Social & Domestic Issues

Miss America and tattoo culture

Miss America and tattoo culture

The Miss America contest is nearly upon us again. Already?! I know, time just flies. In addition to giving Barack Obama a run for his money in how to say a lot of politically correct words that end up meaning nothing, this year’s beauty pageant will also take a bold step toward advocating tattoo culture.

This weekend, Theresa Vail, AKA, Miss Kansas, will become the first contestant in the pageant’s 92-year history to show some tats.

“My whole platform is empowering women to overcome stereotypes and break barriers,” Vail told People magazine. “What a hypocrite I would be if I covered my ink. How can I tell other women to be fearless and true to themselves if I can’t do the same? I am who I am, tattoos and all.”

Vail’s self-imposed vocation is admirable, but her avenue to fulfill it rather puzzling and somewhat contradictory. Vail encourages young women to be “true to themselves,” yet she buys into the concept of pageantry whose entire basis is superficiality.

“A lot of people think you need to be a ‘pageant Barbie,’” said pageant coach Valerie Hayes, “and what I love about Miss Kansas is she’s showing people: No, it’s about competing at your personal best, not about trying to conform to a certain image.”

Anyone who has seen a photograph of Vail will see “a certain image” in spades: dyed hair (her eyebrows are ten shades darker than her head), loads of makeup, (those lashes are not found in nature), and a figure that would make any Ken Doll’s head turn.

Vail, apart from her tattoos, which are visible only during the swimsuit competition portion of the contest, is a stereotype of a stereotype as far as image goes. Outside of the Barbie Doll appearance, however, Miss Kansas boasts an eclectic background which includes a knack for archery and the Chinese language, as well as a membership in the Kansas Army National Guard’s Medical Detachment.

Why doesn’t Vail highlight her interesting and remarkable accomplishments, instead of her body art? By making her tattoos her selling point, she is absolutely buying into the whole “image” thing in which she claims she places no value.

Vail’s tattoos aren’t even bad, as far as tats go. On her shoulder is the insignia of the U.S. Army Dental Corps, and on her right side is the Serenity Prayer.

How does Vail manage to read the side tattoo, or look at the ink on her back? No one knows. Maybe the tattoos are there to be seen primarily by the public? Wouldn’t this mean that her image defines her? Or at least is a useful tool to inform others of what she’s all about? Or, since Vail chose to have her tattoos etched on body parts usually covered by clothing, does this mean she wasn’t all that keen to have everyone know her as the tattoo girl?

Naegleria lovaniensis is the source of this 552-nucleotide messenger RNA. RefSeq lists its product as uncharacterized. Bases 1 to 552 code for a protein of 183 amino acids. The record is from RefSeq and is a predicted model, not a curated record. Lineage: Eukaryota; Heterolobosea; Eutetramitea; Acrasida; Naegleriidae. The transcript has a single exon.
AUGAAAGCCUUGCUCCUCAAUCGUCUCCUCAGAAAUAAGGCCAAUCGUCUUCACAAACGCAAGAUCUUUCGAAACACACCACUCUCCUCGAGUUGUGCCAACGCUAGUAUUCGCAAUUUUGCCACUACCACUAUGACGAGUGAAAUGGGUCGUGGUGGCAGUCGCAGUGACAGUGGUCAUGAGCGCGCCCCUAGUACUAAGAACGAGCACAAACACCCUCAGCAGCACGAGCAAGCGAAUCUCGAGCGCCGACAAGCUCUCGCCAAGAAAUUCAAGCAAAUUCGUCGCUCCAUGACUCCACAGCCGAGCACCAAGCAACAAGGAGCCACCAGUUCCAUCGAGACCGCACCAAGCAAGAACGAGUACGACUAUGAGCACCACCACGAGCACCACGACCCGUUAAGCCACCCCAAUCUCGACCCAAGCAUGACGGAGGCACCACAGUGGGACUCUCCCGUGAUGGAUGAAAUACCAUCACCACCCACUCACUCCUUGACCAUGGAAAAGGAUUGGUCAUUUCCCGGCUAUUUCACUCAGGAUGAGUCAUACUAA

Vail is making a name for herself by standing out for her unique quality of being the only tattooed beauty queen, and at the same time she is her own undoing. She wants to eradicate the notion that tattoos mark a person as someone “different.” She wants to make people aware that “1 in 5 Americans have at least 1 tattoo.” Does she want to be known for her tattoos or have people not notice them because they are a common thing these days and don’t define her? What’s the point of getting them, then?

The Miss America pageant will probably never exhibit a contestant who is obese. Why? Because image standards are, for the most part, a good thing. They exist because a healthy body and attractive appearance, apart from boosting ratings, are desirable and worth maintaining. Miss Kansas can pretend as though image is of little importance, but she must realize as much, if not more, than anybody, how much weight it carries.

Vail’s message is mixed, to say the least. Let’s judge her answers as Mario Lopez might:

“Be true to yourself.”

I suppose this is meant to encourage people to be true to their moral guidelines, faith, beliefs, etc. This is vague but harmless enough as long as your creed doesn’t come from the Church of Satan or the Democratic Party or something.

“Be fearless.”

General human instinct tells us there are lots of things we should fear in order to stay alive- riding in any taxi cab, standing close to ledges, people who look like Richard Simmons, the dark. What we should also fear, though, is not being accepted in society. There’s a reason kids get made fun of when they do something dorky. Peer pressure (highly under-rated culture-forming device) teaches them not to do it again. If people were meaner to each other we wouldn’t have to put up with so much awfulness in the world.

It’s clear that the rising dominance of political correctness and the decline of culture are directly related. If people were a little less deterred from walking up to weirdos on the street and telling them their Google glasses are ridiculous or their Spandex “pants” look awful, the world would be a better place. (How else are they going to learn?) So we should actually be very fearful. Of the dangerous world and of the danger of not fitting in at the cool table.

“Accept me for who I am.”

This message is a stale one. She wants women to feel empowered for being themselves. Why would you want to be just yourself? Sounds like mediocrity to me. My platform would be: Don’t be who you are. Be better than you are, and try to be better than everyone else, too. Oh, and world peace.

Teresa Mull is the managing editor of Human Events. 

Sign Up
DISQUS COMMENTS

FACEBOOK COMMENTS

Comment with Facebook